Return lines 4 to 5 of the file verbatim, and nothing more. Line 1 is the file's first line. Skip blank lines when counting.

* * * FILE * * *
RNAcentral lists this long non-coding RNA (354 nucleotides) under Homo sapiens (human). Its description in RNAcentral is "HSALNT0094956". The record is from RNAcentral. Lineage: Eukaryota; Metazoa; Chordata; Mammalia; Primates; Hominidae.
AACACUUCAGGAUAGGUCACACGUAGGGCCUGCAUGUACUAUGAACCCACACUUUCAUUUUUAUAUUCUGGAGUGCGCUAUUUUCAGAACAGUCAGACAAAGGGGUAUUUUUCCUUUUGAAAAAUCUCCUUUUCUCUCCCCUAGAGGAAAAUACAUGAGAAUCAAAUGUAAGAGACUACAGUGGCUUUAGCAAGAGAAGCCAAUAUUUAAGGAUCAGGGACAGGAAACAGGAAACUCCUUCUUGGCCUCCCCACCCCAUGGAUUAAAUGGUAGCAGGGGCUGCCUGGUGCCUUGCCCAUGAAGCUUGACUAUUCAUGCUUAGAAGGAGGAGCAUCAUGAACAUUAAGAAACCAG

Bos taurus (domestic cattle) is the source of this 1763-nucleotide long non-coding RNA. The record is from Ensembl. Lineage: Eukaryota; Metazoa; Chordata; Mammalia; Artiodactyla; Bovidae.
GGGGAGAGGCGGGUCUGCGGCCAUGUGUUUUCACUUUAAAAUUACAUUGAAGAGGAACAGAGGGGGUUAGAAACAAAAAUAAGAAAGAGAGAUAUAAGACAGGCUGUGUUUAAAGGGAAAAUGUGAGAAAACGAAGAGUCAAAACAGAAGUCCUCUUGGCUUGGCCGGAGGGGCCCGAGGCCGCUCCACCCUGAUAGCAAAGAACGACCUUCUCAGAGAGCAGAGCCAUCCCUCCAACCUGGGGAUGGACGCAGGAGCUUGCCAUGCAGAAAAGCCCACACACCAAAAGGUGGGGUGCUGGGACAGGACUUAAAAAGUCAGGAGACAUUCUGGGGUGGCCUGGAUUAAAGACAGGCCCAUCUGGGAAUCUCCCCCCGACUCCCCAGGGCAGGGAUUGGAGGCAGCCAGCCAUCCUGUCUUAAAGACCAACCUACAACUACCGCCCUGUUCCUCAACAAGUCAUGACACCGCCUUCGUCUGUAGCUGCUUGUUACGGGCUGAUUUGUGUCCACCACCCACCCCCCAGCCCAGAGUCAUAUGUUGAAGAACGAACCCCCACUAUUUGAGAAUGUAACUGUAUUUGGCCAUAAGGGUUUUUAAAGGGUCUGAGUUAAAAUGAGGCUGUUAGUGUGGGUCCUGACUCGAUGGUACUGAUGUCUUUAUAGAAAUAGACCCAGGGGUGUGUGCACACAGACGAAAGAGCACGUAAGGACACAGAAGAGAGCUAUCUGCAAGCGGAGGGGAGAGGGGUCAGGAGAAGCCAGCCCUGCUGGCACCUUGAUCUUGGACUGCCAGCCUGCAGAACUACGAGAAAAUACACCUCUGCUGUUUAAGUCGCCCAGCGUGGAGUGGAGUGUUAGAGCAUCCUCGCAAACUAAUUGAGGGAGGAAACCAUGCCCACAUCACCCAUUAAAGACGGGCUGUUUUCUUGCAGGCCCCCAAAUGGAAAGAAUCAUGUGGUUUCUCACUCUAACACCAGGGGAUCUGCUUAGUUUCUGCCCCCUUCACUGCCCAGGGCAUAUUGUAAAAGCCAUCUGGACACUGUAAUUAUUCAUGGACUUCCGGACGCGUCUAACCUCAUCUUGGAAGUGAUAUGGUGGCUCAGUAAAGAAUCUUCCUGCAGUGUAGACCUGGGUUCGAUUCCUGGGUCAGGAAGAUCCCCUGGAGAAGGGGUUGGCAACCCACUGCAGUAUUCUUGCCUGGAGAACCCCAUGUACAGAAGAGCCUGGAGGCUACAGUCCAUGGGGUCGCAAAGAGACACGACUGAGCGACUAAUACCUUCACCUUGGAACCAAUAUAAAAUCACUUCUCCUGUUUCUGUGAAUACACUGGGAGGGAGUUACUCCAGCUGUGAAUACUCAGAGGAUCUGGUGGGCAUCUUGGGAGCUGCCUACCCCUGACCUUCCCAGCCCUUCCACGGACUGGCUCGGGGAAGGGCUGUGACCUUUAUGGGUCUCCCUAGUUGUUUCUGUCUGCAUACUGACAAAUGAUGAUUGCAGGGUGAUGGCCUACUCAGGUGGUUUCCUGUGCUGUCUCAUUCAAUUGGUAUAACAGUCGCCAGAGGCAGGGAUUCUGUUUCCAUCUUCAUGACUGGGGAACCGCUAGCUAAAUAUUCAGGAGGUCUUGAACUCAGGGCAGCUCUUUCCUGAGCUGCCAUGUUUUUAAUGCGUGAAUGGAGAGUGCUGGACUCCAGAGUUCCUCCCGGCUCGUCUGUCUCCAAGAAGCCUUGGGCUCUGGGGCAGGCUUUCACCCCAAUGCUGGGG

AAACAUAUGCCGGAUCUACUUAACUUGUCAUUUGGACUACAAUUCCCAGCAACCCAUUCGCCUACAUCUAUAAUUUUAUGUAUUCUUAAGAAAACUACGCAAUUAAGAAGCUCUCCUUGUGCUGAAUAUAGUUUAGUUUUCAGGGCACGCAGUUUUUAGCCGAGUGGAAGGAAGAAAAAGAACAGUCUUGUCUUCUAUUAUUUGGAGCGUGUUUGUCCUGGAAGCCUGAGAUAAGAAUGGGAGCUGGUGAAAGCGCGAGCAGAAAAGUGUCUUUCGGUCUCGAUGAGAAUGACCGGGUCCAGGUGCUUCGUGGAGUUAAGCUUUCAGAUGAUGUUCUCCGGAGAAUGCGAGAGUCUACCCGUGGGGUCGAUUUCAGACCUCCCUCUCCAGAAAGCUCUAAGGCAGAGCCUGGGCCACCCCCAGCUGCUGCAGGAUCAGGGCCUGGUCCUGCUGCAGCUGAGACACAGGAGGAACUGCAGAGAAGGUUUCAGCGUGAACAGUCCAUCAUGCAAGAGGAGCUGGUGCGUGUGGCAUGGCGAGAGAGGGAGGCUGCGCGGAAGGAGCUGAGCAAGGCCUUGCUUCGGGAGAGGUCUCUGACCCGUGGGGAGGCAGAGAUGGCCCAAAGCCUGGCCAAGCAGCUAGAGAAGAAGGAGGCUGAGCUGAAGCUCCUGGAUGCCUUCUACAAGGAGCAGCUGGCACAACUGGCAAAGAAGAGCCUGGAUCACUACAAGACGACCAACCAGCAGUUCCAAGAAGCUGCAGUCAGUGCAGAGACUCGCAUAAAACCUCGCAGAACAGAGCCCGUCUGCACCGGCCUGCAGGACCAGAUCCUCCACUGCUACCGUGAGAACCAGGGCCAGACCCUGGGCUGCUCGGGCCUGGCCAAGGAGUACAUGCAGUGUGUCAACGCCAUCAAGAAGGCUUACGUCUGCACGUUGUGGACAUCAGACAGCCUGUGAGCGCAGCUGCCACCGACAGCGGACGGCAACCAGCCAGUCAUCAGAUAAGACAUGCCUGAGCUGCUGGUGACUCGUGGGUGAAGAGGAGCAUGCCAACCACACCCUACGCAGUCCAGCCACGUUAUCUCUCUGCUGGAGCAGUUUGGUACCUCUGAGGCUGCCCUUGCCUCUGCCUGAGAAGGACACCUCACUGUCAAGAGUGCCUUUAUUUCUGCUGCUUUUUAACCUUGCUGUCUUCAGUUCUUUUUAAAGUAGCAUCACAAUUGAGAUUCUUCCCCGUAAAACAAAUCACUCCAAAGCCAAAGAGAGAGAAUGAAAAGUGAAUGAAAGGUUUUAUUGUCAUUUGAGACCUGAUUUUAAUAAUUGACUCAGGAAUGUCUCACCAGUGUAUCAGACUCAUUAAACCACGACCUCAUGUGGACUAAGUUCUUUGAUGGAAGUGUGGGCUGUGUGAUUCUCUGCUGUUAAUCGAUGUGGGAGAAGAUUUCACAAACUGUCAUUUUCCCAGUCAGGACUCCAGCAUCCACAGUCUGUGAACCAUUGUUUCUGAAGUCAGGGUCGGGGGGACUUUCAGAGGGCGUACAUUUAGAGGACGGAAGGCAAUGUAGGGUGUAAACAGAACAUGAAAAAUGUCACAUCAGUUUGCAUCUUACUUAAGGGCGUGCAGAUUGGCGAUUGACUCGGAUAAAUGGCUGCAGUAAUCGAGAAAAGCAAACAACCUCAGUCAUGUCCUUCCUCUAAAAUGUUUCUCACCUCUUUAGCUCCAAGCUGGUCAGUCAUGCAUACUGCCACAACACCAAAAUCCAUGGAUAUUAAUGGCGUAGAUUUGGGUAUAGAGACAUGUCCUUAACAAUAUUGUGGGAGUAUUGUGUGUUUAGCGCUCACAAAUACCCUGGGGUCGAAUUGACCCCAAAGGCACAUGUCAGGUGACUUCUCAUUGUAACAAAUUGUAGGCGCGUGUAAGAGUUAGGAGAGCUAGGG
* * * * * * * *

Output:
GGGGAGAGGCGGGUCUGCGGCCAUGUGUUUUCACUUUAAAAUUACAUUGAAGAGGAACAGAGGGGGUUAGAAACAAAAAUAAGAAAGAGAGAUAUAAGACAGGCUGUGUUUAAAGGGAAAAUGUGAGAAAACGAAGAGUCAAAACAGAAGUCCUCUUGGCUUGGCCGGAGGGGCCCGAGGCCGCUCCACCCUGAUAGCAAAGAACGACCUUCUCAGAGAGCAGAGCCAUCCCUCCAACCUGGGGAUGGACGCAGGAGCUUGCCAUGCAGAAAAGCCCACACACCAAAAGGUGGGGUGCUGGGACAGGACUUAAAAAGUCAGGAGACAUUCUGGGGUGGCCUGGAUUAAAGACAGGCCCAUCUGGGAAUCUCCCCCCGACUCCCCAGGGCAGGGAUUGGAGGCAGCCAGCCAUCCUGUCUUAAAGACCAACCUACAACUACCGCCCUGUUCCUCAACAAGUCAUGACACCGCCUUCGUCUGUAGCUGCUUGUUACGGGCUGAUUUGUGUCCACCACCCACCCCCCAGCCCAGAGUCAUAUGUUGAAGAACGAACCCCCACUAUUUGAGAAUGUAACUGUAUUUGGCCAUAAGGGUUUUUAAAGGGUCUGAGUUAAAAUGAGGCUGUUAGUGUGGGUCCUGACUCGAUGGUACUGAUGUCUUUAUAGAAAUAGACCCAGGGGUGUGUGCACACAGACGAAAGAGCACGUAAGGACACAGAAGAGAGCUAUCUGCAAGCGGAGGGGAGAGGGGUCAGGAGAAGCCAGCCCUGCUGGCACCUUGAUCUUGGACUGCCAGCCUGCAGAACUACGAGAAAAUACACCUCUGCUGUUUAAGUCGCCCAGCGUGGAGUGGAGUGUUAGAGCAUCCUCGCAAACUAAUUGAGGGAGGAAACCAUGCCCACAUCACCCAUUAAAGACGGGCUGUUUUCUUGCAGGCCCCCAAAUGGAAAGAAUCAUGUGGUUUCUCACUCUAACACCAGGGGAUCUGCUUAGUUUCUGCCCCCUUCACUGCCCAGGGCAUAUUGUAAAAGCCAUCUGGACACUGUAAUUAUUCAUGGACUUCCGGACGCGUCUAACCUCAUCUUGGAAGUGAUAUGGUGGCUCAGUAAAGAAUCUUCCUGCAGUGUAGACCUGGGUUCGAUUCCUGGGUCAGGAAGAUCCCCUGGAGAAGGGGUUGGCAACCCACUGCAGUAUUCUUGCCUGGAGAACCCCAUGUACAGAAGAGCCUGGAGGCUACAGUCCAUGGGGUCGCAAAGAGACACGACUGAGCGACUAAUACCUUCACCUUGGAACCAAUAUAAAAUCACUUCUCCUGUUUCUGUGAAUACACUGGGAGGGAGUUACUCCAGCUGUGAAUACUCAGAGGAUCUGGUGGGCAUCUUGGGAGCUGCCUACCCCUGACCUUCCCAGCCCUUCCACGGACUGGCUCGGGGAAGGGCUGUGACCUUUAUGGGUCUCCCUAGUUGUUUCUGUCUGCAUACUGACAAAUGAUGAUUGCAGGGUGAUGGCCUACUCAGGUGGUUUCCUGUGCUGUCUCAUUCAAUUGGUAUAACAGUCGCCAGAGGCAGGGAUUCUGUUUCCAUCUUCAUGACUGGGGAACCGCUAGCUAAAUAUUCAGGAGGUCUUGAACUCAGGGCAGCUCUUUCCUGAGCUGCCAUGUUUUUAAUGCGUGAAUGGAGAGUGCUGGACUCCAGAGUUCCUCCCGGCUCGUCUGUCUCCAAGAAGCCUUGGGCUCUGGGGCAGGCUUUCACCCCAAUGCUGGGG

AAACAUAUGCCGGAUCUACUUAACUUGUCAUUUGGACUACAAUUCCCAGCAACCCAUUCGCCUACAUCUAUAAUUUUAUGUAUUCUUAAGAAAACUACGCAAUUAAGAAGCUCUCCUUGUGCUGAAUAUAGUUUAGUUUUCAGGGCACGCAGUUUUUAGCCGAGUGGAAGGAAGAAAAAGAACAGUCUUGUCUUCUAUUAUUUGGAGCGUGUUUGUCCUGGAAGCCUGAGAUAAGAAUGGGAGCUGGUGAAAGCGCGAGCAGAAAAGUGUCUUUCGGUCUCGAUGAGAAUGACCGGGUCCAGGUGCUUCGUGGAGUUAAGCUUUCAGAUGAUGUUCUCCGGAGAAUGCGAGAGUCUACCCGUGGGGUCGAUUUCAGACCUCCCUCUCCAGAAAGCUCUAAGGCAGAGCCUGGGCCACCCCCAGCUGCUGCAGGAUCAGGGCCUGGUCCUGCUGCAGCUGAGACACAGGAGGAACUGCAGAGAAGGUUUCAGCGUGAACAGUCCAUCAUGCAAGAGGAGCUGGUGCGUGUGGCAUGGCGAGAGAGGGAGGCUGCGCGGAAGGAGCUGAGCAAGGCCUUGCUUCGGGAGAGGUCUCUGACCCGUGGGGAGGCAGAGAUGGCCCAAAGCCUGGCCAAGCAGCUAGAGAAGAAGGAGGCUGAGCUGAAGCUCCUGGAUGCCUUCUACAAGGAGCAGCUGGCACAACUGGCAAAGAAGAGCCUGGAUCACUACAAGACGACCAACCAGCAGUUCCAAGAAGCUGCAGUCAGUGCAGAGACUCGCAUAAAACCUCGCAGAACAGAGCCCGUCUGCACCGGCCUGCAGGACCAGAUCCUCCACUGCUACCGUGAGAACCAGGGCCAGACCCUGGGCUGCUCGGGCCUGGCCAAGGAGUACAUGCAGUGUGUCAACGCCAUCAAGAAGGCUUACGUCUGCACGUUGUGGACAUCAGACAGCCUGUGAGCGCAGCUGCCACCGACAGCGGACGGCAACCAGCCAGUCAUCAGAUAAGACAUGCCUGAGCUGCUGGUGACUCGUGGGUGAAGAGGAGCAUGCCAACCACACCCUACGCAGUCCAGCCACGUUAUCUCUCUGCUGGAGCAGUUUGGUACCUCUGAGGCUGCCCUUGCCUCUGCCUGAGAAGGACACCUCACUGUCAAGAGUGCCUUUAUUUCUGCUGCUUUUUAACCUUGCUGUCUUCAGUUCUUUUUAAAGUAGCAUCACAAUUGAGAUUCUUCCCCGUAAAACAAAUCACUCCAAAGCCAAAGAGAGAGAAUGAAAAGUGAAUGAAAGGUUUUAUUGUCAUUUGAGACCUGAUUUUAAUAAUUGACUCAGGAAUGUCUCACCAGUGUAUCAGACUCAUUAAACCACGACCUCAUGUGGACUAAGUUCUUUGAUGGAAGUGUGGGCUGUGUGAUUCUCUGCUGUUAAUCGAUGUGGGAGAAGAUUUCACAAACUGUCAUUUUCCCAGUCAGGACUCCAGCAUCCACAGUCUGUGAACCAUUGUUUCUGAAGUCAGGGUCGGGGGGACUUUCAGAGGGCGUACAUUUAGAGGACGGAAGGCAAUGUAGGGUGUAAACAGAACAUGAAAAAUGUCACAUCAGUUUGCAUCUUACUUAAGGGCGUGCAGAUUGGCGAUUGACUCGGAUAAAUGGCUGCAGUAAUCGAGAAAAGCAAACAACCUCAGUCAUGUCCUUCCUCUAAAAUGUUUCUCACCUCUUUAGCUCCAAGCUGGUCAGUCAUGCAUACUGCCACAACACCAAAAUCCAUGGAUAUUAAUGGCGUAGAUUUGGGUAUAGAGACAUGUCCUUAACAAUAUUGUGGGAGUAUUGUGUGUUUAGCGCUCACAAAUACCCUGGGGUCGAAUUGACCCCAAAGGCACAUGUCAGGUGACUUCUCAUUGUAACAAAUUGUAGGCGCGUGUAAGAGUUAGGAGAGCUAGGG